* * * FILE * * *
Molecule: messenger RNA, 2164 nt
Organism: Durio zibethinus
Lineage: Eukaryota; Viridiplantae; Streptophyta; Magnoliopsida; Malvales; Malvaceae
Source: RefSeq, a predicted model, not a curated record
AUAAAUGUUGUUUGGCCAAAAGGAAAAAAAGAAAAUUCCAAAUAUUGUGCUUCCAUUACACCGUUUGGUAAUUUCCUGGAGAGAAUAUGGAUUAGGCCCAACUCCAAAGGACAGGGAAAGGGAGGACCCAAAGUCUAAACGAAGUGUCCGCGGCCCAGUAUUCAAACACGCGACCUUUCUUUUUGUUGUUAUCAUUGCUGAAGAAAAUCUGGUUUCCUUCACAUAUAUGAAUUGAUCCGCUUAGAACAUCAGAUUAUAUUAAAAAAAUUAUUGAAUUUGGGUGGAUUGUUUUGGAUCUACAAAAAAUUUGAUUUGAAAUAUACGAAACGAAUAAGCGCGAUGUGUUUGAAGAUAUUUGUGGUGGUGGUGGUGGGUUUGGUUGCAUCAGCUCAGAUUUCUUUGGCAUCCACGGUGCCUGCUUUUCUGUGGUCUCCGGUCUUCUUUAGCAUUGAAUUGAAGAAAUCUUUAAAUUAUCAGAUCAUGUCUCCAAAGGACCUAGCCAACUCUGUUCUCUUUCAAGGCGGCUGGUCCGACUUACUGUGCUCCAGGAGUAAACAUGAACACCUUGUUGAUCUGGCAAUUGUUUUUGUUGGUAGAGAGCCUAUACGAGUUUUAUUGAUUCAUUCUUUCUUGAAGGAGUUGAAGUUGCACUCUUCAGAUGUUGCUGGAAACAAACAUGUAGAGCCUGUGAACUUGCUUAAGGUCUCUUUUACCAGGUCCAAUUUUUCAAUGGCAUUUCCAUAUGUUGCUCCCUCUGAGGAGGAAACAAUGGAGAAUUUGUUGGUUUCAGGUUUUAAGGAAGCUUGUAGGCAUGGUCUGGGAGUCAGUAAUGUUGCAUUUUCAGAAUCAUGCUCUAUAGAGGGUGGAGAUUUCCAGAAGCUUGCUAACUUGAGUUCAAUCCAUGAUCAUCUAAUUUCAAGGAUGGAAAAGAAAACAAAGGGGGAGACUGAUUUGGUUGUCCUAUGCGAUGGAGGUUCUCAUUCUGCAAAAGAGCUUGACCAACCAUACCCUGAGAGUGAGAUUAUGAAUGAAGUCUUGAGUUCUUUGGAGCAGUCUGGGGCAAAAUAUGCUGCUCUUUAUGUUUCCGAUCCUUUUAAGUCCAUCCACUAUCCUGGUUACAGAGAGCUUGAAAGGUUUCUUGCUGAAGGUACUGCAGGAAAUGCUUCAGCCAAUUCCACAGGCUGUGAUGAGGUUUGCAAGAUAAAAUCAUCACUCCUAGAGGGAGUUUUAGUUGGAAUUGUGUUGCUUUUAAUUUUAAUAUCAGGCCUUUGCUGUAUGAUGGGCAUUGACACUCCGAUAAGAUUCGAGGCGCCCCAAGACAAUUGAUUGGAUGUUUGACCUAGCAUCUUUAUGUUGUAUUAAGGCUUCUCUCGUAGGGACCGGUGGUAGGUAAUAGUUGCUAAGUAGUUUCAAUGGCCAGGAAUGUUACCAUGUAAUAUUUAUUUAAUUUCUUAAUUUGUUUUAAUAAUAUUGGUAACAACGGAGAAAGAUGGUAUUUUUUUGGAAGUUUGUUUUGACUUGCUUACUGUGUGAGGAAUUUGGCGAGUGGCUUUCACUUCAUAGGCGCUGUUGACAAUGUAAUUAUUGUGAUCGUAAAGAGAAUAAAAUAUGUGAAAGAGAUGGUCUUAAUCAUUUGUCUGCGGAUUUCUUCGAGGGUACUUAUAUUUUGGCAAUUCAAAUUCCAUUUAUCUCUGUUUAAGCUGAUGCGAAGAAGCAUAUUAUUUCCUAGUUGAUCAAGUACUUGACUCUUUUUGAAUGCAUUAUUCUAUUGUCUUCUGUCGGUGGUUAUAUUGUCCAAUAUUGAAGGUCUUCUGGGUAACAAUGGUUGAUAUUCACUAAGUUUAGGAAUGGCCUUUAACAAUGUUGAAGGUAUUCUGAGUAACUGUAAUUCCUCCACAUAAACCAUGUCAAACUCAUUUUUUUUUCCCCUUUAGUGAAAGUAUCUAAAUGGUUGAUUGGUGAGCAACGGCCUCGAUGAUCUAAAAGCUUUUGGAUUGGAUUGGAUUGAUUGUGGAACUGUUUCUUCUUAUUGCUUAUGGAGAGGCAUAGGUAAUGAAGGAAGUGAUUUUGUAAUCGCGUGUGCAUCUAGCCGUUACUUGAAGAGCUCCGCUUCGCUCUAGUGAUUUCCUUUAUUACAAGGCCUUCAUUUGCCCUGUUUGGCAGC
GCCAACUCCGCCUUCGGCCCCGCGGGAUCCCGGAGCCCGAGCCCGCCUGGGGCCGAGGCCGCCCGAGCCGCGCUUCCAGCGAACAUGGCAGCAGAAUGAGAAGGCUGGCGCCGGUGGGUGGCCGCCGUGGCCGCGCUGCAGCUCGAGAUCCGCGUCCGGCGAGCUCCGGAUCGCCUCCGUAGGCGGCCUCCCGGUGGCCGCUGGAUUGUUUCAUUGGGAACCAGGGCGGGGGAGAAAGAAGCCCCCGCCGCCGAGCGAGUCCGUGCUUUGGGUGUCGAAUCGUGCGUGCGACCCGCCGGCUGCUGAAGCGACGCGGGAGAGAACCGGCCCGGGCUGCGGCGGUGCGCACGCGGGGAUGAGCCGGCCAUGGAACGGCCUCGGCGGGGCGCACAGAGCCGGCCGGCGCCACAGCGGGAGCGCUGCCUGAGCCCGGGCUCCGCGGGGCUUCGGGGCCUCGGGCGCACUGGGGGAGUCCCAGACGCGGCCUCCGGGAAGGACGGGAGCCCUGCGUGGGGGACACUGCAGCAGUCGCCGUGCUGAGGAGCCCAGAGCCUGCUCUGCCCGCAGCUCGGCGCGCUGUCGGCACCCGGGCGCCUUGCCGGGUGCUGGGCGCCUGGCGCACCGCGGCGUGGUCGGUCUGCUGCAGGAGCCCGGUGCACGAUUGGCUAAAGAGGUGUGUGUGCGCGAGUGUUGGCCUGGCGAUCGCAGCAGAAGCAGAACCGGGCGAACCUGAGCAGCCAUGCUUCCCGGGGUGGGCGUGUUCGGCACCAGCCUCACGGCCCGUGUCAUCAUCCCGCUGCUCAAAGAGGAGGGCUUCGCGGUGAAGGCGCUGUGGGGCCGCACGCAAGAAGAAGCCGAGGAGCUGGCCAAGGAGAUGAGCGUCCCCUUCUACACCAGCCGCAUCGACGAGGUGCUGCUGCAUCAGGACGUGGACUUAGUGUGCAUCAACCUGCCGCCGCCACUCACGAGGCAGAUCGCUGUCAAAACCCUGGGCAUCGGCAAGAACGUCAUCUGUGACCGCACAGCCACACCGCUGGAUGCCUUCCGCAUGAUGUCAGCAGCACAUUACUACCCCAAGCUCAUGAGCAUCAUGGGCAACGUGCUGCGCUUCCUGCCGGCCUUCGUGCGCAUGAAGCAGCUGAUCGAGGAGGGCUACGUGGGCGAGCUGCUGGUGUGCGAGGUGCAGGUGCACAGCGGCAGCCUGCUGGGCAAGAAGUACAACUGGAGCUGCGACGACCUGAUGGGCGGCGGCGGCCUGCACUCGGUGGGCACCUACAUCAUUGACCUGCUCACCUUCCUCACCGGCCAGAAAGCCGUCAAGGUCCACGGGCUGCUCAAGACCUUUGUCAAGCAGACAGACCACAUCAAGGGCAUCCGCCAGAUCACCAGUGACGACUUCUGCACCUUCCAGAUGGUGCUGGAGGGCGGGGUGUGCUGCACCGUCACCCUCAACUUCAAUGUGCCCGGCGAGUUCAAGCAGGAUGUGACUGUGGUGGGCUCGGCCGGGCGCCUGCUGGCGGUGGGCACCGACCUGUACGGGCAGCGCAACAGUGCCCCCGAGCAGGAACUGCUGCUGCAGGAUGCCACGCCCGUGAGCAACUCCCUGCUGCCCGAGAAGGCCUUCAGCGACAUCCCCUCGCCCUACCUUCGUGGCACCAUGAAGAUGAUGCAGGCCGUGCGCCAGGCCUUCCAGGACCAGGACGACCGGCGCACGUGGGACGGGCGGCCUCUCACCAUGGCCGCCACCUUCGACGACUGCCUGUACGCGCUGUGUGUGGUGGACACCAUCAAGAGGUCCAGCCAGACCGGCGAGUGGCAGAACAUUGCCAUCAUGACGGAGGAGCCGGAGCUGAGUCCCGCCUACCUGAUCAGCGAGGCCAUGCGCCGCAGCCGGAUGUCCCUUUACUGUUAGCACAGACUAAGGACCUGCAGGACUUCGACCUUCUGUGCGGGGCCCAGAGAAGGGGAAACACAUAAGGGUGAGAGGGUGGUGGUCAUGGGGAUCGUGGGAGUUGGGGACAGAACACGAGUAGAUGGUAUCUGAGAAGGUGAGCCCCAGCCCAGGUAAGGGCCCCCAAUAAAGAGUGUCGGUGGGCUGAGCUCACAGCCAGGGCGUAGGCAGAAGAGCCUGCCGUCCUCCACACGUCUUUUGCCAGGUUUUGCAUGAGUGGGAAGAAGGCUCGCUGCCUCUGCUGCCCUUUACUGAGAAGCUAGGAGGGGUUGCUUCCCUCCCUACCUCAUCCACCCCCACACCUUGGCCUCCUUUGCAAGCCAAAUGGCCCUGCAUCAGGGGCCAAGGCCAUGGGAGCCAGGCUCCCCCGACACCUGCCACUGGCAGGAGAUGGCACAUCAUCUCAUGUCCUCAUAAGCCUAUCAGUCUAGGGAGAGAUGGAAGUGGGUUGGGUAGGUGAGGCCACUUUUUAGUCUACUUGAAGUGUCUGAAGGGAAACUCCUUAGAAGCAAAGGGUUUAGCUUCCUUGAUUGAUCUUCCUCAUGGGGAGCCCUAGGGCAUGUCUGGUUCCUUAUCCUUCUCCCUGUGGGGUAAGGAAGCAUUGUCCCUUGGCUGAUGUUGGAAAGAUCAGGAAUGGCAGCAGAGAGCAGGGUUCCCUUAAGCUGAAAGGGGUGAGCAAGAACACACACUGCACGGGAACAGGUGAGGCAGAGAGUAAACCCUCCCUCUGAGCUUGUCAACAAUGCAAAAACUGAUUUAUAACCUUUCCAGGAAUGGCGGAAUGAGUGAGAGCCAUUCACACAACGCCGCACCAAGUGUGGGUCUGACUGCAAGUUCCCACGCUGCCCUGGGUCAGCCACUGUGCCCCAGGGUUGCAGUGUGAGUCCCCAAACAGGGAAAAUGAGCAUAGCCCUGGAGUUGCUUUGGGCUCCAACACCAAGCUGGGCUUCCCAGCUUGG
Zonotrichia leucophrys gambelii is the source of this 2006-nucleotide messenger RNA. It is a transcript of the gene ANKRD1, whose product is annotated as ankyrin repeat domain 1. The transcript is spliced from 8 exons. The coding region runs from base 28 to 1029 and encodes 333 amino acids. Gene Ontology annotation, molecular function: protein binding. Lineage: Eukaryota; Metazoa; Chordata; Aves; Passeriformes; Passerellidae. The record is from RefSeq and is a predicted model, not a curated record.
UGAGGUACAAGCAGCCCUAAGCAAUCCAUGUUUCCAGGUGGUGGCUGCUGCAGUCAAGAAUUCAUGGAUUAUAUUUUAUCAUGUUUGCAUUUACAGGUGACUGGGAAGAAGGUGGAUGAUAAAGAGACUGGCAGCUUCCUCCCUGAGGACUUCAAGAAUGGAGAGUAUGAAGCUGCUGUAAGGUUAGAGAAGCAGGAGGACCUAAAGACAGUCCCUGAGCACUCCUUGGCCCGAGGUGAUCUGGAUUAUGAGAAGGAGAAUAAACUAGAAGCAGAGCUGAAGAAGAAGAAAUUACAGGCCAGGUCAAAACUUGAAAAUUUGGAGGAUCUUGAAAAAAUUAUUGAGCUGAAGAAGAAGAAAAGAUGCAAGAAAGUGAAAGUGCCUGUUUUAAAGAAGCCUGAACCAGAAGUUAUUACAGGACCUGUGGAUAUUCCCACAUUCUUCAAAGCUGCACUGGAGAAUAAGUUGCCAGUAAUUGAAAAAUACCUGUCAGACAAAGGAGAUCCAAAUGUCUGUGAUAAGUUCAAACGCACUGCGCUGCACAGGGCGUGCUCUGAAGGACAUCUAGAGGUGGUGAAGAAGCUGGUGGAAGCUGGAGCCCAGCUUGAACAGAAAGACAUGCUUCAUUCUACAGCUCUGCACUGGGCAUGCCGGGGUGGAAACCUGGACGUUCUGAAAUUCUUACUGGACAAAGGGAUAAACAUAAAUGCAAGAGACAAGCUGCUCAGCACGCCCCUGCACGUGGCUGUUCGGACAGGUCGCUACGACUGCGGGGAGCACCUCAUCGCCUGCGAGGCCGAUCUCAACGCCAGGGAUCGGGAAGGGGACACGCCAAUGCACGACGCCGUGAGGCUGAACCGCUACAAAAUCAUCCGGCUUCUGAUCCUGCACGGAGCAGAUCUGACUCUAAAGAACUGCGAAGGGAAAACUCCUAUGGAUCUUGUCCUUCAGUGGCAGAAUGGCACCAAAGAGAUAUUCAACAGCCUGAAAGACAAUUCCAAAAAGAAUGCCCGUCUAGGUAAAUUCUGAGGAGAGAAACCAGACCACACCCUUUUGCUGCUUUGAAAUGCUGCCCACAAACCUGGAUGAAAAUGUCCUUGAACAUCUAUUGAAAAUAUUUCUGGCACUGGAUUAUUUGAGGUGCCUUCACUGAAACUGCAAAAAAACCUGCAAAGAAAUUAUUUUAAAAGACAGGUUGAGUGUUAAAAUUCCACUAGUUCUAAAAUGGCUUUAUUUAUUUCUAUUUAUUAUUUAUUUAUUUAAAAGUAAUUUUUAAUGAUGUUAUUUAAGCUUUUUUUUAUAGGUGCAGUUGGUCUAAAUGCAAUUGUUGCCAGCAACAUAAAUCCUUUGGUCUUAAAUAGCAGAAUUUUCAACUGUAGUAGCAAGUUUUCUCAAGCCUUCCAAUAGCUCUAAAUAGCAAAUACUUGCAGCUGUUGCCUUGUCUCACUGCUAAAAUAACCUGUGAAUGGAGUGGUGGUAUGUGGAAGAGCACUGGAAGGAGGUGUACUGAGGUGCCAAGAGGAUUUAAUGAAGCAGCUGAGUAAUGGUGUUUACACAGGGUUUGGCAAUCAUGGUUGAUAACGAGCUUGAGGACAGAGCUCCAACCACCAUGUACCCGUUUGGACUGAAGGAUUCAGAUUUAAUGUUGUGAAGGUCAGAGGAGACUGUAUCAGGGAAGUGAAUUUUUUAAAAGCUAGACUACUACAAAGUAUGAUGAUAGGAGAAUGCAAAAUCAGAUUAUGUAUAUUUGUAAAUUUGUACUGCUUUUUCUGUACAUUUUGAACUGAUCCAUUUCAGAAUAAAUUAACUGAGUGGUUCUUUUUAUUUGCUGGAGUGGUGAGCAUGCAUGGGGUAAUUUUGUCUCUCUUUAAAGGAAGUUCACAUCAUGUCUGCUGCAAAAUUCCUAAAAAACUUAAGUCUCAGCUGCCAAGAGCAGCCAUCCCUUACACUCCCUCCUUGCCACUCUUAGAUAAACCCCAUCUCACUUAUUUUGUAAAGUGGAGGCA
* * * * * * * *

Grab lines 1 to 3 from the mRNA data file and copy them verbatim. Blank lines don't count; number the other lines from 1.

Molecule: messenger RNA, 2164 nt
Organism: Durio zibethinus
Lineage: Eukaryota; Viridiplantae; Streptophyta; Magnoliopsida; Malvales; Malvaceae